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A schwannoma of the larynx is a rare benign tumor that usually presents as a submucosal mass in the pyriform sinus and the aryepiglottic space, and this type of schwannoma constitutes a diagnostic and therapeutic challenge for otolaryngologists. We present here two cases of supraglottic schwannomas that were misdiagnosed as laryngoceles. Both were excised through a lateral thyrotomy approach without a tracheostomy, and the laryngeal function was successfully maintained. We discuss the clinical and imaging findings and the management of this rare neoplasm with focusing on the differential diagnosis of laryngeal schwannoma and laryngocele. We also review the relevant medical literature.
A schwannoma is a benign tumor that originates from the Schwann cells that sheathen the nerve fibers. Neurogenic tumors rarely involve the larynx and they constitute only 0.1-1.5% of all benign laryngeal tumors (1). Laryngeal schwannomas usually arise from the false vocal cord or the aryepiglottic fold. We experienced two supraglottic schwannomas that were initially misdiagnosed as laryngoceles. Both were successfully excised through a lateral thyrotomy approach without a tracheostomy.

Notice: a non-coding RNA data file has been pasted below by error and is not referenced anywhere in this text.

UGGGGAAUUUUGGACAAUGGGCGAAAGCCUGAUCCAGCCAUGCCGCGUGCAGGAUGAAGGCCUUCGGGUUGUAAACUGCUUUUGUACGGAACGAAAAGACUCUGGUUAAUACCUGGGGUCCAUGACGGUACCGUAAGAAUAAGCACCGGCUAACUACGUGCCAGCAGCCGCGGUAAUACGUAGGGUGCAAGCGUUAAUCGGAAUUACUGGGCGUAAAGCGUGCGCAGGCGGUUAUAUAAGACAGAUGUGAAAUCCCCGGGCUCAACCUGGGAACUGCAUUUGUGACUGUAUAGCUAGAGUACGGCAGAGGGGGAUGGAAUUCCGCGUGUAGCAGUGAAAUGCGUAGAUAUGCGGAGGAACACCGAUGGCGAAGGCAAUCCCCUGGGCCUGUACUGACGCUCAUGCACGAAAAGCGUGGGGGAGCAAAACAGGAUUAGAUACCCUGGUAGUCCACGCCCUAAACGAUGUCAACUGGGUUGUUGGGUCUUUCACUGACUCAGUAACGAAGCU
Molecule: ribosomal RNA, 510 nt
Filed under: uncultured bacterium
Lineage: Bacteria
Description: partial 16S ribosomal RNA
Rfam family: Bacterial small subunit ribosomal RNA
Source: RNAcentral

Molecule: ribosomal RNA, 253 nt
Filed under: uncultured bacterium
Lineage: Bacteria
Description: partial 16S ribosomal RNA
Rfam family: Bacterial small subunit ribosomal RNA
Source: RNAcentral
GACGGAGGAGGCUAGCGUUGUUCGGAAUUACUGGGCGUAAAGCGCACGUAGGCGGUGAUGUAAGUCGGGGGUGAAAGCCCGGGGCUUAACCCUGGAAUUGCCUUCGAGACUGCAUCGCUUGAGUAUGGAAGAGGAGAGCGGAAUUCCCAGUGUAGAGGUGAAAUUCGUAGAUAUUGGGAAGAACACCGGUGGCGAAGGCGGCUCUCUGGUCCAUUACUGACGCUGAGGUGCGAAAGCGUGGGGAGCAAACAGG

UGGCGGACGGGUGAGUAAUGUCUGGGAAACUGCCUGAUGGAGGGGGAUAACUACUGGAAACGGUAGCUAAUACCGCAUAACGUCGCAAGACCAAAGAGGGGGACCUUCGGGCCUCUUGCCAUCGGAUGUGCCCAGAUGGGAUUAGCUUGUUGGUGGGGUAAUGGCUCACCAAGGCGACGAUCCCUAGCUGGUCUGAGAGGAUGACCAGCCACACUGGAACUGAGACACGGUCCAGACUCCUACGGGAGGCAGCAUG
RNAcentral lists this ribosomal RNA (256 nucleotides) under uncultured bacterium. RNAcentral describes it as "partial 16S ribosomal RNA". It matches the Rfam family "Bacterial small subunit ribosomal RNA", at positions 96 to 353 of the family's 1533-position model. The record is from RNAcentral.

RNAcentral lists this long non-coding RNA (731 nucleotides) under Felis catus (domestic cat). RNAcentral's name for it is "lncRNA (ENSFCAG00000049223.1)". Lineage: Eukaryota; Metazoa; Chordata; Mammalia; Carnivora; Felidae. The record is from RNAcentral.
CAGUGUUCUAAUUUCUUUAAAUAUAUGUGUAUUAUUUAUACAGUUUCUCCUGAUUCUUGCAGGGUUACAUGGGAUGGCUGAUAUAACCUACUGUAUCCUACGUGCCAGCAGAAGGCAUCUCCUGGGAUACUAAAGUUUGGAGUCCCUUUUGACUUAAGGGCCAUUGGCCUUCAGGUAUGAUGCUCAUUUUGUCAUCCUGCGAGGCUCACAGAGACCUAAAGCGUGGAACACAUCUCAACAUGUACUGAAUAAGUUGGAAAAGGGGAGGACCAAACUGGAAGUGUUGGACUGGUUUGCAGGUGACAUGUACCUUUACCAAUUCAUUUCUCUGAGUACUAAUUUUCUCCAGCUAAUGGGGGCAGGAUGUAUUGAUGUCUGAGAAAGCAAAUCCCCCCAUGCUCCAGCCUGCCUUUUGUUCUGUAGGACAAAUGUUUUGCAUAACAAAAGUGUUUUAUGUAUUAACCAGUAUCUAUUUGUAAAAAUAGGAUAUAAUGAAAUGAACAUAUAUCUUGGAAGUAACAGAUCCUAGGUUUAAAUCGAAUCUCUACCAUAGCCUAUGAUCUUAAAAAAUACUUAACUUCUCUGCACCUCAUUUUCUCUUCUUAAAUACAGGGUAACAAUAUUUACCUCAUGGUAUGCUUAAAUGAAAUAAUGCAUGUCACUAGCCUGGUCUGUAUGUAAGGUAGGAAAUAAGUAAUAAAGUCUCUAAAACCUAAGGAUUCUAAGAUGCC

A 55-years-old woman presented with the sensation of a foreign body in her throat and hoarseness that had worsened for the 3 months before her presentation. Her occupation was a house keeper. Laryngoscopy revealed a submucosal bulging mass at the left pyriform sinus and this mass extended to the ipsilateral false vocal fold; the left vocal fold was pushed medially and the shape of the mass did not alter with respiration (Fig. 1A). A soft-tissue density mass was observed at the level of the glottis on a lateral C-spine X-ray. Computed tomography (CT) showed a 2-cm mass that contained ring-like calcification, and the mass was located in the left supraglottic area (Fig. 2A). A well-encapsulated, solid mass was detected when performing laryngomicroscopic surgery (LMS). The frozen biopsy was reported as a schwannoma. Owing to the extensive range and fixation of the mass, we had to conduct a second operation via an external approach to achieve complete removal. After the patient was first discharged, magnetic resonance imaging (MRI) confirmed the presence of a well-defined ovoid mass with isointensity on the T1-weighted images and high signal intensity on the T2-weighted images (Fig. 2). We excised the mass via a lateral thyrotomy without a preliminary tracheostomy in the second operation. A window was created using an electrical saw. After dissecting the soft tissues, the yellow mass was easily separated from the adjacent tissues with finger dissection. The internal branch of the superior laryngeal nerve was found to be the nerve of origin for the tumor. No postoperative complications occurred, and she was discharged on postoperative forth day. Postoperative laryngoscopy, which was performed 4 months after the second discharge, revealed that the bulging findings of the left vocal fold had disappeared and both vocal folds were mobile. The lady's voice recovered completely.